In ‘King Pleasure,’ Family Stories and Personal Artifacts Illuminate Basquiat’s Life and Work
All images by Ivane Katamashvili, shared with permission
An expansive exhibition sprawling through the Starrett-Lehigh Building in Chelsea offers an intimate and holistic glimpse at the life that inspired Jean-Michel Basquiat’s body of work. Opened Saturday, King Pleasure is curated by the artist’s two younger sisters, Lisane Basquiat and Jeanine Heriveaux, who unearthed more than 200 artworks and artifacts as part of the broad, deeply personal look at their brother’s world. Many of the objects, which range from stacks of books and home movies on VHS tapes to early pieces and paintings, are on view for the first time.
Presented chronologically, the show charts the artist’s rapid success rooted in New York City’s graffiti scene of the 1970s. It leads viewers through a space filled with wood-paneled walls and architectural replicas designed by David Adjaye. The immersive reproductions provide insight into the places where Basquiat spent much of his time and developed his distinct aesthetic, including his childhood dining room in Boerum Hill, his 57 Great Jones Street studio, and the Michael Todd VIP Room of the Palladium, a beloved night club that commissioned two monumental works.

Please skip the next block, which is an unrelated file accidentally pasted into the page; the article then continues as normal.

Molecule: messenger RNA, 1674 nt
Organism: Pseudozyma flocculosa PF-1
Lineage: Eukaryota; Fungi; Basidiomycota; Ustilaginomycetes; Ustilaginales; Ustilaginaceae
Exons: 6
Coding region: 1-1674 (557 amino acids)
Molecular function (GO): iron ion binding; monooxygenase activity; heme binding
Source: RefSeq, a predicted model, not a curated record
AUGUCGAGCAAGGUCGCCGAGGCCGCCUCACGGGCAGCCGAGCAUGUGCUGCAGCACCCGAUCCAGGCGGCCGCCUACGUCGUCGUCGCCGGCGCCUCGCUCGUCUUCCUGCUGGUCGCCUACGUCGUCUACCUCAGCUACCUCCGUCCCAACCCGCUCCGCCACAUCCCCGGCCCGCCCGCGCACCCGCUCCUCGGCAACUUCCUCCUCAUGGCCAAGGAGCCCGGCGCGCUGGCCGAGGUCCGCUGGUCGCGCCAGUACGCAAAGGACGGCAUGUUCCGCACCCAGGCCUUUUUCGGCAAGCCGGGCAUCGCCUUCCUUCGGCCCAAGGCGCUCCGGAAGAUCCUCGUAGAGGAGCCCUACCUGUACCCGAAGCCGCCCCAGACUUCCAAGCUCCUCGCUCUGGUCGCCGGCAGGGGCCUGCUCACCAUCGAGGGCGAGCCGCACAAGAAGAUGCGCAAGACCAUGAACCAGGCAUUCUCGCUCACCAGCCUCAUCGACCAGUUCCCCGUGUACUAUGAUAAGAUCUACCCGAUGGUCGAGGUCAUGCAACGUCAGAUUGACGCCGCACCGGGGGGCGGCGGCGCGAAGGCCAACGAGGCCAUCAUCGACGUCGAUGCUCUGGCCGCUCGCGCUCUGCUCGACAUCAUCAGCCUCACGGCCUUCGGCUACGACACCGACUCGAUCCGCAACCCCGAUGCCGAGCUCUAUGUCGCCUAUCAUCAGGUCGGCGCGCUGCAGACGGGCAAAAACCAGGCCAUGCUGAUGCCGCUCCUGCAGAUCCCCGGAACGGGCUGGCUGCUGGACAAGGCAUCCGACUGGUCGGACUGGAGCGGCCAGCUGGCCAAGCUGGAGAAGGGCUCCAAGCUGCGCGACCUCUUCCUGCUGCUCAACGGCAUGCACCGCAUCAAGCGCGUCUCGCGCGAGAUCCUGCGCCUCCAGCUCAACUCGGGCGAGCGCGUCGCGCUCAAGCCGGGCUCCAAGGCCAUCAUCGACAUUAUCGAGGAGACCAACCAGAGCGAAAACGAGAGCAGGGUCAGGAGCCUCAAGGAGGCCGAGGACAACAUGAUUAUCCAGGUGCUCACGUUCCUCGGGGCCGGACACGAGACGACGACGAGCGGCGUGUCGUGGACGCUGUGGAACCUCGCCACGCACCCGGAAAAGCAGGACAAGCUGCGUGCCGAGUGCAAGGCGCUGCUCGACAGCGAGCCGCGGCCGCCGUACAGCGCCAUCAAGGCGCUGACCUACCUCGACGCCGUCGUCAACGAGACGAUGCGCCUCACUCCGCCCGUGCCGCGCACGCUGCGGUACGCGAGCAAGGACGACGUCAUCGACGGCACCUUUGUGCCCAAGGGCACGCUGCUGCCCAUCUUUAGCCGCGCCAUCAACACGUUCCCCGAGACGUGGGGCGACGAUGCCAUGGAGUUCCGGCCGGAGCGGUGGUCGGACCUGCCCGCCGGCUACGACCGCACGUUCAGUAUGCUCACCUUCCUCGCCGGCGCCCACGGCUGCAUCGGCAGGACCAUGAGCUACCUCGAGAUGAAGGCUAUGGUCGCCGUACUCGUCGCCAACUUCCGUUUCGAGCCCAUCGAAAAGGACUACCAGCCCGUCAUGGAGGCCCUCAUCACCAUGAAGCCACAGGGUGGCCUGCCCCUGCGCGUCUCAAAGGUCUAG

Comprised almost entirely of Basquiat works except for Andy Warhol’s silkscreen family portraits, King Pleasure showcases a variety of paintings, early drawings, cartoon sketches, and newsletters the artist made during high school in Brooklyn. “Untitled (100 Yen)” (1982) leans against the wall of his recreated studio, for example, while “Untitled (Quick Cash Shoe Business)” spreads across the floor. The exhibition draws its name from the 1987 painting in acrylic, which shows the artist’s recurring crown on a yellow backdrop.
As Robin Pogrebin writes for The New York Times, King Pleasure augments Basquiat’s legacy with objects, videos, and ephemera that create a fuller picture of his short life, which ended with a 1988 overdose at the age of 27. “We wanted people to come in and get the experience of Jean-Michel—the human being, the son, the brother, the cousin,” Heriveaux said in an interview. “To walk people through that in a way that felt right and good to us.” The exhibition also coincides with other U.S.-based shows of his works, including two at The Broad in Los Angeles and the Orlando Museum of Art.